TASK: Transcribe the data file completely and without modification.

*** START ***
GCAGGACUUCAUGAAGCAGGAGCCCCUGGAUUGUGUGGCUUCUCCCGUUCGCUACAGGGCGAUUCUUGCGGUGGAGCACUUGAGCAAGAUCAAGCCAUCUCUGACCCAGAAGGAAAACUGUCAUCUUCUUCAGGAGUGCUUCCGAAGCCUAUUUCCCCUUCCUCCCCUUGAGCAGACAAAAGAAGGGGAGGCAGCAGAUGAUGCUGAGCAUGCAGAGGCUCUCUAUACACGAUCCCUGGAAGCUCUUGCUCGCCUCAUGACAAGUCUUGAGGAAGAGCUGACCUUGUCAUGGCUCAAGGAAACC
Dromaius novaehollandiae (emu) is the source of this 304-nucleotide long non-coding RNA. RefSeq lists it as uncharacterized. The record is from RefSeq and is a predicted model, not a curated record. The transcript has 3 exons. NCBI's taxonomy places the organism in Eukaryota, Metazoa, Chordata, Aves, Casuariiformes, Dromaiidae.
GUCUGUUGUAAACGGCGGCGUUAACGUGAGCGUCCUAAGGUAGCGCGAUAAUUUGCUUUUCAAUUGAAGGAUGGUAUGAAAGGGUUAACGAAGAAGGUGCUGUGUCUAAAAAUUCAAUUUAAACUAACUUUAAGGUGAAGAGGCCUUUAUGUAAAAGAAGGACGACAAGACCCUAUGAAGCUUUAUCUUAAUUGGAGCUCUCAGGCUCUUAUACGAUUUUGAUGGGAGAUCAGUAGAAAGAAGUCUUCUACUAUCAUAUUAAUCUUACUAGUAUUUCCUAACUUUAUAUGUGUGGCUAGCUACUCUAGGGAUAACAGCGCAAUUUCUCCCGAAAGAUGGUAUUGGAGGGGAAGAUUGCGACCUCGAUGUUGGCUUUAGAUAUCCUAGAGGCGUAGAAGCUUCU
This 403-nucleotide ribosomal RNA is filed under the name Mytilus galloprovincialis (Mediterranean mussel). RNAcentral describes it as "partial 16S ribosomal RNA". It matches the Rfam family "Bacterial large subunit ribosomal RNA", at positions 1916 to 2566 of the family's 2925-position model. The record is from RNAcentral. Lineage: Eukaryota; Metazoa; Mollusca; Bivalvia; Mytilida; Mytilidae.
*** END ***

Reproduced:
GCAGGACUUCAUGAAGCAGGAGCCCCUGGAUUGUGUGGCUUCUCCCGUUCGCUACAGGGCGAUUCUUGCGGUGGAGCACUUGAGCAAGAUCAAGCCAUCUCUGACCCAGAAGGAAAACUGUCAUCUUCUUCAGGAGUGCUUCCGAAGCCUAUUUCCCCUUCCUCCCCUUGAGCAGACAAAAGAAGGGGAGGCAGCAGAUGAUGCUGAGCAUGCAGAGGCUCUCUAUACACGAUCCCUGGAAGCUCUUGCUCGCCUCAUGACAAGUCUUGAGGAAGAGCUGACCUUGUCAUGGCUCAAGGAAACC
Dromaius novaehollandiae (emu) is the source of this 304-nucleotide long non-coding RNA. RefSeq lists it as uncharacterized. The record is from RefSeq and is a predicted model, not a curated record. The transcript has 3 exons. NCBI's taxonomy places the organism in Eukaryota, Metazoa, Chordata, Aves, Casuariiformes, Dromaiidae.
GUCUGUUGUAAACGGCGGCGUUAACGUGAGCGUCCUAAGGUAGCGCGAUAAUUUGCUUUUCAAUUGAAGGAUGGUAUGAAAGGGUUAACGAAGAAGGUGCUGUGUCUAAAAAUUCAAUUUAAACUAACUUUAAGGUGAAGAGGCCUUUAUGUAAAAGAAGGACGACAAGACCCUAUGAAGCUUUAUCUUAAUUGGAGCUCUCAGGCUCUUAUACGAUUUUGAUGGGAGAUCAGUAGAAAGAAGUCUUCUACUAUCAUAUUAAUCUUACUAGUAUUUCCUAACUUUAUAUGUGUGGCUAGCUACUCUAGGGAUAACAGCGCAAUUUCUCCCGAAAGAUGGUAUUGGAGGGGAAGAUUGCGACCUCGAUGUUGGCUUUAGAUAUCCUAGAGGCGUAGAAGCUUCU
This 403-nucleotide ribosomal RNA is filed under the name Mytilus galloprovincialis (Mediterranean mussel). RNAcentral describes it as "partial 16S ribosomal RNA". It matches the Rfam family "Bacterial large subunit ribosomal RNA", at positions 1916 to 2566 of the family's 2925-position model. The record is from RNAcentral. Lineage: Eukaryota; Metazoa; Mollusca; Bivalvia; Mytilida; Mytilidae.